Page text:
The curriculum followed the framework of medieval tradition and differed from today's education. It aimed not to overload students with information but to teach them where to find accurate knowledge and how to analyze it. Small books were read. One-on-one instruction was crucial. The teacher penetrated the heart of the students, discovered what they needed, and tailored the education accordingly. In a madrasa, there were no "students," only individual learners. The building was functional. It was a complex (in Turkish, Külliye) with a mosque, library, kitchen, clinic, pool, and garden. The student lived and studied there, detached from their family and hometown, fully immersed in the world of knowledge. This way, they not only acquired knowledge but also developed a madrasa identity. In England, universities also adopted madrasa architecture. Moreover, at least in the first year, the student had to live there. The living quarters were referred to as a college (in Turkish, Kolej). It's said that this word is derived from "külliye." The student's prayers, cleanliness, manners, behavior, attire, and eating habits were all supervised. They learned both knowledge and etiquette.


Which areas of government employment were madrasa graduates employed in? What role was given to madrasa graduates in the transition to the new system?

Before the Ottomans and in the early days of the Ottoman Empire, all kinds of government positions were held by graduates of madrasas. Outside of madrasas, only someone very charismatic, highly virtuous, noble, and of course, lucky could attain a government position. As time progressed and bureaucracy required specialized technical knowledge, the Ottomans reserved these positions for those trained specifically in the palace. Madrasas began to train individuals for services in religious affairs, judiciary, and education. They were called "ulama al-rusum," meaning scholars who served in official capacities. During the Republic era, madrasa graduates of old Turkey constituted the most intellectual segment of society. They were employed in various positions, from teaching to judging, provided they demonstrated loyalty.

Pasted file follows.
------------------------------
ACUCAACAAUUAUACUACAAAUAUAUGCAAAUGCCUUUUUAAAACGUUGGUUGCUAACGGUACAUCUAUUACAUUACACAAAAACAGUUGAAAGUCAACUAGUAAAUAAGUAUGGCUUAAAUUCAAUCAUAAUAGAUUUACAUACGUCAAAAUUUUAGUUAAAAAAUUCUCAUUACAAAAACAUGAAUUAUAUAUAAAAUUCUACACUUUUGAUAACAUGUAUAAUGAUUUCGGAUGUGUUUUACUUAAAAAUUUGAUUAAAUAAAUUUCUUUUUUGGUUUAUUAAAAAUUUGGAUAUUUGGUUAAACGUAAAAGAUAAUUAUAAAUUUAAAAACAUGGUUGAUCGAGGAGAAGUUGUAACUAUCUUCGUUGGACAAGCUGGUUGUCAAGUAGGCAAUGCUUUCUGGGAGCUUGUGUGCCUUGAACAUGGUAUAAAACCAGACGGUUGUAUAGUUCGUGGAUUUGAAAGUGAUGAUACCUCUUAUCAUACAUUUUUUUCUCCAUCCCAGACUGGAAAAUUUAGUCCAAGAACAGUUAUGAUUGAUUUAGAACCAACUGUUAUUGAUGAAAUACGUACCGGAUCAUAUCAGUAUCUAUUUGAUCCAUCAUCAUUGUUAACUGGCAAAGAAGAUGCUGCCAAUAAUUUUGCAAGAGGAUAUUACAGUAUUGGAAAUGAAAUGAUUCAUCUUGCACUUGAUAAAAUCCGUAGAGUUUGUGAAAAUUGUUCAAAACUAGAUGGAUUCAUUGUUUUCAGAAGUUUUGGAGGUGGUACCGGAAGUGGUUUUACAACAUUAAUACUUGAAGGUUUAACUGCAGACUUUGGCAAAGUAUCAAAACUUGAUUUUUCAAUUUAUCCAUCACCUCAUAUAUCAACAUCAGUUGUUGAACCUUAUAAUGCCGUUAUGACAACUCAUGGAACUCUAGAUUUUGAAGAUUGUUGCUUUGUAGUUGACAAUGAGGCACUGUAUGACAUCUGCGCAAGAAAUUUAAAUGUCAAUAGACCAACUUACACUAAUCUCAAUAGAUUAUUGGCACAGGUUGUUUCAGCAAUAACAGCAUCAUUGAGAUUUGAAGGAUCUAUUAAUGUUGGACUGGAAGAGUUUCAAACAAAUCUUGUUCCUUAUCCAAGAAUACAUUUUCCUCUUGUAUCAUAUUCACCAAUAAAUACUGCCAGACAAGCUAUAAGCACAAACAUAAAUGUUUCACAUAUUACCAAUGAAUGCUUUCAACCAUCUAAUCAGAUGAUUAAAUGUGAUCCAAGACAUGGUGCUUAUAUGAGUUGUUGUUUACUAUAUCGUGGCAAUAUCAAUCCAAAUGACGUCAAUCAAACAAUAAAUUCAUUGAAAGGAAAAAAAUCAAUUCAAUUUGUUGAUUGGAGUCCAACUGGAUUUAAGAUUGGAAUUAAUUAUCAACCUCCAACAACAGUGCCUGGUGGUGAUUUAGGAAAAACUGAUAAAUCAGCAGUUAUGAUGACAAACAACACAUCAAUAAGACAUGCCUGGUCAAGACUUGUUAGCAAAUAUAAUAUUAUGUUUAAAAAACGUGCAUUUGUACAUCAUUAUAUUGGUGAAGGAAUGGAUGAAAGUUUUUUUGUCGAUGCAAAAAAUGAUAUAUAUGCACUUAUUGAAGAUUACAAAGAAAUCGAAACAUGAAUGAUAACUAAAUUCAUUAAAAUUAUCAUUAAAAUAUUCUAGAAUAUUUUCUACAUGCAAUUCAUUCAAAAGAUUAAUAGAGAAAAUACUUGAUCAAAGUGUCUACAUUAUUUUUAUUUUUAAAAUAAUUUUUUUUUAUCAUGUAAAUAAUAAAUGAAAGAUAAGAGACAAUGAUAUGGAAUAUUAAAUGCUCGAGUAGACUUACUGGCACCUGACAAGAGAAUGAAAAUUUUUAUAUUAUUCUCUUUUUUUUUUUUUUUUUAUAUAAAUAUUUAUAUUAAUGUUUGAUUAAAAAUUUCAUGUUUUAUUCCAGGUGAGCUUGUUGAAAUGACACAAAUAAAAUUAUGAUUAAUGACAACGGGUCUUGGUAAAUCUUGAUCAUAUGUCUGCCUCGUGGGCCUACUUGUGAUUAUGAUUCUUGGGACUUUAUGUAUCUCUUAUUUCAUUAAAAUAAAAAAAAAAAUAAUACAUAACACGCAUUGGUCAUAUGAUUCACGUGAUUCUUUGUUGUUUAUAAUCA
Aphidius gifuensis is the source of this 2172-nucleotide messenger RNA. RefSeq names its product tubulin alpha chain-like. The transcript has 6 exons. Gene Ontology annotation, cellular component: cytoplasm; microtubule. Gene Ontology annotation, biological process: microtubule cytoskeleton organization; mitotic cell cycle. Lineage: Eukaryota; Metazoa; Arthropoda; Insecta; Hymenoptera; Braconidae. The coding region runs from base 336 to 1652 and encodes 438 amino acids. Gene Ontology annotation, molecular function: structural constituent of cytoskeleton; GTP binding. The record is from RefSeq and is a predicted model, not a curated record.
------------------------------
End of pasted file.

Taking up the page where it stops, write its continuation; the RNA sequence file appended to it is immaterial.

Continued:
For the development and continuity of a civilization, it must adhere to its sources. What role did madrasas play in our civilization's history?

They formed a strong community adhering to the Sunni tradition, tightly bound to tradition, assuming leadership positions in society, capable of limiting rulers when necessary, and possessing class consciousness. They constituted an elite class who spoke eloquently, dressed well, had refined tastes, lived in beautiful homes, appreciated aesthetics, understood literature, and were witty and charming. These scholars, often acting as protectors of the Sharia, stood against those who committed injustice or deviated from righteousness, whether they were from the public or rulers pursuing worldly desires. The public sought refuge behind them. When the scholars were removed, the moral level of society suddenly declined.


What was the role of the scholars in political life, state affairs, and society?

The scholars played various roles in political life, state affairs, and society. They served as bureaucrats, judges, teachers, imams, sermonizers, preachers, doctors, and astronomers. They held positions of respect throughout society and could prevent disturbances with their strong personalities. There were no headmen for the neighborhood or the village; instead, the state engaged with the imam, who sometimes acted as a mediator between the people and the state. Madrasas instilled class consciousness in the scholars and ensured the removal of rotten apples and ill-intentioned individuals. The madrasas grounded the scholars, making them confident and self-assured. Since madrasas were waqf (foundation) institutions, they were immune from any kind of pressure or influence. If a qadi complained of pressure or feared the responsibility of making judgments, they could resign and become a teacher, earning a livelihood from this. In fact, many people preferred the modest salary of teaching over the highly gossiped-about position of being a qadi. Qadis did not receive salaries; they sustained themselves from court fees. An imam received their salary either from waqfs or from the people. Madrasas, being waqf institutions, were not official establishments, and thus, no one could exert pressure on them. Teachers also received their salaries from there.